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Reduced Coenzyme Q10 Decreases Urinary 8-Oxo-7,8-Dihydro-2'-Deoxyguanosine Concentrations in Healthy Young Female Subjects.
J Med Food. 2015 Aug; 18(8):835-40.JM

Abstract

It remains unclear whether dietary supplementation with coenzyme Q10 (CoQ10) provides beneficial effects for healthy individuals, especially young subjects. This study investigated the effects of dietary supplementation with CoQ10 on oxidative stress in healthy young females. We performed a placebo-controlled trial using a crossover design (n=28) with 100 mg/day CoQ10 in reduced form or placebo, each lasting 2 weeks with a 2-week interval. The urinary levels of 8-oxo-7,8-dihydro-2'-deoxyguanosine (8-oxodG), a biomarker of oxidative DNA damage, were determined by high-performance liquid chromatography (HPLC) coupled to an electrochemical detector. Levels of malondialdehyde (MDA), a biomarker of lipid peroxidation, and antioxidant vitamin C in urine were also measured using a thiobarbituric acid-reactive substance method with a commercial kit and by the 2,4-dinitrophenylhydrazine method with HPLC, respectively. Urinary 8-oxodG levels during supplementation with reduced form of CoQ10 (median [first and third quartiles]: 1.76 [1.24-2.08] nmol/mmol creatinine) were significantly lower than those with placebo (2.00 [1.34-2.49] nmol/mmol creatinine, P=.031 by Student's paired t-test using the logarithmically transformed values). In contrast, the urinary levels of MDA and vitamin C were not significantly affected (P=.094 and P=.247 by Student's paired t-test, respectively). There was no evidence of any side effects. Supplementation with CoQ10 in the reduced form showed a slightly protective effect against oxidative DNA damage even in healthy young subjects.

Authors+Show Affiliations

1 Department of Life Science, Tsu City College , Tsu, Mie, Japan .2 Department of Environmental and Molecular Medicine, Mie University Graduate School of Medicine , Tsu, Mie, Japan .2 Department of Environmental and Molecular Medicine, Mie University Graduate School of Medicine , Tsu, Mie, Japan .2 Department of Environmental and Molecular Medicine, Mie University Graduate School of Medicine , Tsu, Mie, Japan .2 Department of Environmental and Molecular Medicine, Mie University Graduate School of Medicine , Tsu, Mie, Japan .

Pub Type(s)

Journal Article
Research Support, Non-U.S. Gov't

Language

eng

PubMed ID

25607850

Citation

Ito, Kimiko, et al. "Reduced Coenzyme Q10 Decreases Urinary 8-Oxo-7,8-Dihydro-2'-Deoxyguanosine Concentrations in Healthy Young Female Subjects." Journal of Medicinal Food, vol. 18, no. 8, 2015, pp. 835-40.
Ito K, Watanabe C, Nakamura A, et al. Reduced Coenzyme Q10 Decreases Urinary 8-Oxo-7,8-Dihydro-2'-Deoxyguanosine Concentrations in Healthy Young Female Subjects. J Med Food. 2015;18(8):835-40.
Ito, K., Watanabe, C., Nakamura, A., Oikawa-Tada, S., & Murata, M. (2015). Reduced Coenzyme Q10 Decreases Urinary 8-Oxo-7,8-Dihydro-2'-Deoxyguanosine Concentrations in Healthy Young Female Subjects. Journal of Medicinal Food, 18(8), 835-40. https://doi.org/10.1089/jmf.2014.3302
Ito K, et al. Reduced Coenzyme Q10 Decreases Urinary 8-Oxo-7,8-Dihydro-2'-Deoxyguanosine Concentrations in Healthy Young Female Subjects. J Med Food. 2015;18(8):835-40. PubMed PMID: 25607850.
* Article titles in AMA citation format should be in sentence-case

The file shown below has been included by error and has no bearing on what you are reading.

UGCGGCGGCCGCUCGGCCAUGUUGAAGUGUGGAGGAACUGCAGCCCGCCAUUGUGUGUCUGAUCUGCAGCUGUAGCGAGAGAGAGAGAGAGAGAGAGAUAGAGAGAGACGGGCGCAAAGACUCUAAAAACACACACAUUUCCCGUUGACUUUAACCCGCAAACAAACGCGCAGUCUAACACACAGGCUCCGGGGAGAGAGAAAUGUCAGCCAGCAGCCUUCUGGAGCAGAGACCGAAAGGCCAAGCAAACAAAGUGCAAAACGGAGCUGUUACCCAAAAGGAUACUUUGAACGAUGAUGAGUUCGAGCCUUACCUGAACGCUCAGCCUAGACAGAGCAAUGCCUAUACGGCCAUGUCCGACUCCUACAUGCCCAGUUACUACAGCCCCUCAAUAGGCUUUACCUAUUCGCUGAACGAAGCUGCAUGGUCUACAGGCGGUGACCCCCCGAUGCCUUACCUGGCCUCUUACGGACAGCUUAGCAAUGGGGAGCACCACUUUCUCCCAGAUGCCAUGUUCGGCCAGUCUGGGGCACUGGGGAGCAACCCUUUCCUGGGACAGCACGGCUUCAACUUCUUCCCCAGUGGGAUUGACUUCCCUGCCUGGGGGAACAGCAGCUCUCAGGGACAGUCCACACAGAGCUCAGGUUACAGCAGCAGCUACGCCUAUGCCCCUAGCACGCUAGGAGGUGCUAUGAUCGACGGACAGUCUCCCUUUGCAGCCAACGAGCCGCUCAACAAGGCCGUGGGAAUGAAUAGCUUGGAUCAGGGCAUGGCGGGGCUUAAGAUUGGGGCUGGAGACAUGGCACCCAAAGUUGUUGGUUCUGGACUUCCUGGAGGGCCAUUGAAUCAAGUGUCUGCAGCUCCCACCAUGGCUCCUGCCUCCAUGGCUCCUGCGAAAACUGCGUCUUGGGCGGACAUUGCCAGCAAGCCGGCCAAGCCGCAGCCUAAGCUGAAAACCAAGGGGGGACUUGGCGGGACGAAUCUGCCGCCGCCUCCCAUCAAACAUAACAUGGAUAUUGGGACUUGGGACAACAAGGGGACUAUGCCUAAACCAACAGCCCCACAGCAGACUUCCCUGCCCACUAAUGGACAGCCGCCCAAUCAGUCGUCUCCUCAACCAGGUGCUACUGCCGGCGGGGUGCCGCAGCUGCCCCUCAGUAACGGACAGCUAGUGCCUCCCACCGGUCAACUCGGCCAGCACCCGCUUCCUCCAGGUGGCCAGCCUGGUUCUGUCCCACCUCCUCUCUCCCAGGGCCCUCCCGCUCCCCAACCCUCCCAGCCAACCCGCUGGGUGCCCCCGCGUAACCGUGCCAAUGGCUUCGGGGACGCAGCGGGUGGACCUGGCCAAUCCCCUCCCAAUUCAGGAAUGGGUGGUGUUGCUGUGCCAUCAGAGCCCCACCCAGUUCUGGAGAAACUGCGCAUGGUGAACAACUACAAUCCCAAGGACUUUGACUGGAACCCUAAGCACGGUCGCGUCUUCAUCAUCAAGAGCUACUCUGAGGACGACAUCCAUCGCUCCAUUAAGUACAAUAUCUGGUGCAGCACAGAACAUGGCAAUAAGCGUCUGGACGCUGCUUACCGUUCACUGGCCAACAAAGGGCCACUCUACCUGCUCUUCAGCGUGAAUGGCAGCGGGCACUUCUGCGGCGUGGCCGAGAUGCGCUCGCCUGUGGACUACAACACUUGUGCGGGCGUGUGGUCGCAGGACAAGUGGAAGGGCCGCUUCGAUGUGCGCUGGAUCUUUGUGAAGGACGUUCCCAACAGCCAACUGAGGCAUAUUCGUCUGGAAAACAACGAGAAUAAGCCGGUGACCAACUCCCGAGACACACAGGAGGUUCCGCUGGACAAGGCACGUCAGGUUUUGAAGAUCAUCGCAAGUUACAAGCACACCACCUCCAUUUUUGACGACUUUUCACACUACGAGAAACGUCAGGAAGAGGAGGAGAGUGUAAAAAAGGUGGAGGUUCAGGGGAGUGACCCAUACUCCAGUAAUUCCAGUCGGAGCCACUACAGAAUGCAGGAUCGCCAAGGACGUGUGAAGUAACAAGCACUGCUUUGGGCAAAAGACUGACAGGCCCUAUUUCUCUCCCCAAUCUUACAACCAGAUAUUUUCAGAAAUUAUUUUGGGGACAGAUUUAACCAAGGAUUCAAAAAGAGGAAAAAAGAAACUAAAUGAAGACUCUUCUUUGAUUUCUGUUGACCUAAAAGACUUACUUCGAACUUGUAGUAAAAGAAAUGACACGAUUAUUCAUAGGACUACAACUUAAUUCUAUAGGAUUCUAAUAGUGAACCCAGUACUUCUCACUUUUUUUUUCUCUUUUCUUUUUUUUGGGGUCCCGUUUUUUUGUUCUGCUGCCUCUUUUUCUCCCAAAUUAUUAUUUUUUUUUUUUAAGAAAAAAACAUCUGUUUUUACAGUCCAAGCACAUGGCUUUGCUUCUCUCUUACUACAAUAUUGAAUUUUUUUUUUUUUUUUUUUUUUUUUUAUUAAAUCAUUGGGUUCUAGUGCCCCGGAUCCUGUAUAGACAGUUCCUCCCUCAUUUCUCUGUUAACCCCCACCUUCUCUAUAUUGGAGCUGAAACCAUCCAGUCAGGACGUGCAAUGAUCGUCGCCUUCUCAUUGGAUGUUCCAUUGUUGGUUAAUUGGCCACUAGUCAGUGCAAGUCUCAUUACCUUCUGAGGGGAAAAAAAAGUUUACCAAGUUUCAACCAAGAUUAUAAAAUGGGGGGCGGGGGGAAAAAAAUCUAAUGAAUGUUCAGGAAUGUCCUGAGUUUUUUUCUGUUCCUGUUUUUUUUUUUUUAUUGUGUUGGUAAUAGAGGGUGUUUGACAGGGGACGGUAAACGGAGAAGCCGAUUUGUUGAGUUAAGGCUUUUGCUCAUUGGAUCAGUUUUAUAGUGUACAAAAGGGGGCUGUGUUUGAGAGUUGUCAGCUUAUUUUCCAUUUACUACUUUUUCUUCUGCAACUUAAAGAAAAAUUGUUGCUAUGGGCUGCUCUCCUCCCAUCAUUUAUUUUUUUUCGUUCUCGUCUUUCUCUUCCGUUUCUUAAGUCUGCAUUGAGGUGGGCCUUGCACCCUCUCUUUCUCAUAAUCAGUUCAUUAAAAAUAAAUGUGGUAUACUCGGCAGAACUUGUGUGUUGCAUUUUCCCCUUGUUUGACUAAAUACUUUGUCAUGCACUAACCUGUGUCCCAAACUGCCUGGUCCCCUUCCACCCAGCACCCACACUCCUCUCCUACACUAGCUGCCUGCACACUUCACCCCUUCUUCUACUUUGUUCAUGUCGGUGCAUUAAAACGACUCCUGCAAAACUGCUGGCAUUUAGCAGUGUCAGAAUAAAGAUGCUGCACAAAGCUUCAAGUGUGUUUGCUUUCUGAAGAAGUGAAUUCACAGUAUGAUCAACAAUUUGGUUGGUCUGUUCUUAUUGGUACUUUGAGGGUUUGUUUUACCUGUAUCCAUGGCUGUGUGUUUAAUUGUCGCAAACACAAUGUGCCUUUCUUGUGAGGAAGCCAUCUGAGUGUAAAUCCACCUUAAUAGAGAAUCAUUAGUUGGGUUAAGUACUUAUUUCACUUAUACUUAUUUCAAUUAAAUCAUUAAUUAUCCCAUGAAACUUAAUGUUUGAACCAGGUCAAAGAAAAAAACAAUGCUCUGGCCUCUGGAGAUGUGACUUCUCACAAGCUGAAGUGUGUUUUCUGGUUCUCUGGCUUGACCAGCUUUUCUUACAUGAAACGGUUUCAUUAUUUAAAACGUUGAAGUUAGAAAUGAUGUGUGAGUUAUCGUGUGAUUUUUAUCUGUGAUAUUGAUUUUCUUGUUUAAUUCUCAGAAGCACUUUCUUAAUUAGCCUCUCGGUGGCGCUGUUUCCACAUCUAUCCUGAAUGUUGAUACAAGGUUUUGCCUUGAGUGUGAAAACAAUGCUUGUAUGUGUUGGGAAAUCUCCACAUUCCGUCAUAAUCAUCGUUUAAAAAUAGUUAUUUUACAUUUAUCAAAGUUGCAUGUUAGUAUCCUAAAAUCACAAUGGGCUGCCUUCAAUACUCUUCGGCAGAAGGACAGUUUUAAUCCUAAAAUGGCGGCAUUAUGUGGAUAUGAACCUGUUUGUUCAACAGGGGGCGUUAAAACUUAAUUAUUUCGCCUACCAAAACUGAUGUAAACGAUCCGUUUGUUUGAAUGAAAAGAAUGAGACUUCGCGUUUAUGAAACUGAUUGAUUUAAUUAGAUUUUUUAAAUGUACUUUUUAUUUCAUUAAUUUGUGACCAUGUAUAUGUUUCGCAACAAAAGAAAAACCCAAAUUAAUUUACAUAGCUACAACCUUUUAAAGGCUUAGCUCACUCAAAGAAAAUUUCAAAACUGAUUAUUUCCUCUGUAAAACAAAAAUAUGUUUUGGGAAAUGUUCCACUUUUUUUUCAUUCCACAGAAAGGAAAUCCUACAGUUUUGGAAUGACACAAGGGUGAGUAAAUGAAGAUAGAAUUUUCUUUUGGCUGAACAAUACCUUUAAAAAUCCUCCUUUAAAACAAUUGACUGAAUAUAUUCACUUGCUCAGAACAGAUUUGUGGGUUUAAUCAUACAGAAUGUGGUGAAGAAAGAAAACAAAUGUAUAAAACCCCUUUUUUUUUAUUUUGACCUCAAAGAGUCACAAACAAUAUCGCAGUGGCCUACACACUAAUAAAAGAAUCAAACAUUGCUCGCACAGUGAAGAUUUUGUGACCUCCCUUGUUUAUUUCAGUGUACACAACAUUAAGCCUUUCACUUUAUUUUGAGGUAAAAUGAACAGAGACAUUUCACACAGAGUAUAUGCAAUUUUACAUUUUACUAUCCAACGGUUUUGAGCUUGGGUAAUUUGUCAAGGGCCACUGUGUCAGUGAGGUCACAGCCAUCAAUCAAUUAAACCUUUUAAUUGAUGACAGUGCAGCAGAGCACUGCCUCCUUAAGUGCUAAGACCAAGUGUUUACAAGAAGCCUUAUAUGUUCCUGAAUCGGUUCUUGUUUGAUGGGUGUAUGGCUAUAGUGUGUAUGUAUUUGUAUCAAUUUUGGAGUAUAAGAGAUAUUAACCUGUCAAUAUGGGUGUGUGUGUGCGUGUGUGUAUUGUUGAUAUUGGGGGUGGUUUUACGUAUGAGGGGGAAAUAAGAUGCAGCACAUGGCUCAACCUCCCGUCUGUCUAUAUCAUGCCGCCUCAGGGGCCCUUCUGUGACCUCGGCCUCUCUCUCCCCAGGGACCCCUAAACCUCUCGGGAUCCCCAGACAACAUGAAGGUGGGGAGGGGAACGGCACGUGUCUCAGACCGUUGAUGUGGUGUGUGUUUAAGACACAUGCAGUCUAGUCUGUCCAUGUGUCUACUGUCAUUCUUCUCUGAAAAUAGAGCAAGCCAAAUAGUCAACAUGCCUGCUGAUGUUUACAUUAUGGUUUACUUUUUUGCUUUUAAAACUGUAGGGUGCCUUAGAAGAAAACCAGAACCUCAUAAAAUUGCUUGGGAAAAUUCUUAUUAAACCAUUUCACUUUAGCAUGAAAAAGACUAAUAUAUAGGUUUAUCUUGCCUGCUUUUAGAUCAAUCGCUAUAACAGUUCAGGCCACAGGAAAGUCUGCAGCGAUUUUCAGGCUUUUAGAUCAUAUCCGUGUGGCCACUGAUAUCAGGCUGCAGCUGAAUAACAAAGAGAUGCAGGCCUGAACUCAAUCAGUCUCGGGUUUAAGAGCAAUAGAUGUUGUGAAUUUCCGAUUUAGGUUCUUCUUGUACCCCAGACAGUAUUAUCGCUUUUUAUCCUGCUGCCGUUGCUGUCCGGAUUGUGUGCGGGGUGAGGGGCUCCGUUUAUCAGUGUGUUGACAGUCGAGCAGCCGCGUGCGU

TY - JOUR T1 - Reduced Coenzyme Q10 Decreases Urinary 8-Oxo-7,8-Dihydro-2'-Deoxyguanosine Concentrations in Healthy Young Female Subjects. AU - Ito,Kimiko, AU - Watanabe,Chigusa, AU - Nakamura,Akari, AU - Oikawa-Tada,Saeko, AU - Murata,Mariko, Y1 - 2015/01/21/ PY - 2015/1/22/entrez PY - 2015/1/22/pubmed PY - 2016/6/29/medline KW - 8-oxo-7,8-dihydro-2′-deoxyguanosine KW - coenzyme Q10 KW - malondialdehyde SP - 835 EP - 40 JF - Journal of medicinal food JO - J Med Food VL - 18 IS - 8 N2 - It remains unclear whether dietary supplementation with coenzyme Q10 (CoQ10) provides beneficial effects for healthy individuals, especially young subjects. This study investigated the effects of dietary supplementation with CoQ10 on oxidative stress in healthy young females. We performed a placebo-controlled trial using a crossover design (n=28) with 100 mg/day CoQ10 in reduced form or placebo, each lasting 2 weeks with a 2-week interval. The urinary levels of 8-oxo-7,8-dihydro-2'-deoxyguanosine (8-oxodG), a biomarker of oxidative DNA damage, were determined by high-performance liquid chromatography (HPLC) coupled to an electrochemical detector. Levels of malondialdehyde (MDA), a biomarker of lipid peroxidation, and antioxidant vitamin C in urine were also measured using a thiobarbituric acid-reactive substance method with a commercial kit and by the 2,4-dinitrophenylhydrazine method with HPLC, respectively. Urinary 8-oxodG levels during supplementation with reduced form of CoQ10 (median [first and third quartiles]: 1.76 [1.24-2.08] nmol/mmol creatinine) were significantly lower than those with placebo (2.00 [1.34-2.49] nmol/mmol creatinine, P=.031 by Student's paired t-test using the logarithmically transformed values). In contrast, the urinary levels of MDA and vitamin C were not significantly affected (P=.094 and P=.247 by Student's paired t-test, respectively). There was no evidence of any side effects. Supplementation with CoQ10 in the reduced form showed a slightly protective effect against oxidative DNA damage even in healthy young subjects. SN - 1557-7600 UR - https://www.unboundmedicine.com/medline/citation/25607850/Reduced_Coenzyme_Q10_Decreases_Urinary_8_Oxo_78_Dihydro_2'_Deoxyguanosine_Concentrations_in_Healthy_Young_Female_Subjects_ L2 - https://www.liebertpub.com/doi/10.1089/jmf.2014.3302?url_ver=Z39.88-2003&rfr_id=ori:rid:crossref.org&rfr_dat=cr_pub=pubmed DB - PRIME DP - Unbound Medicine ER -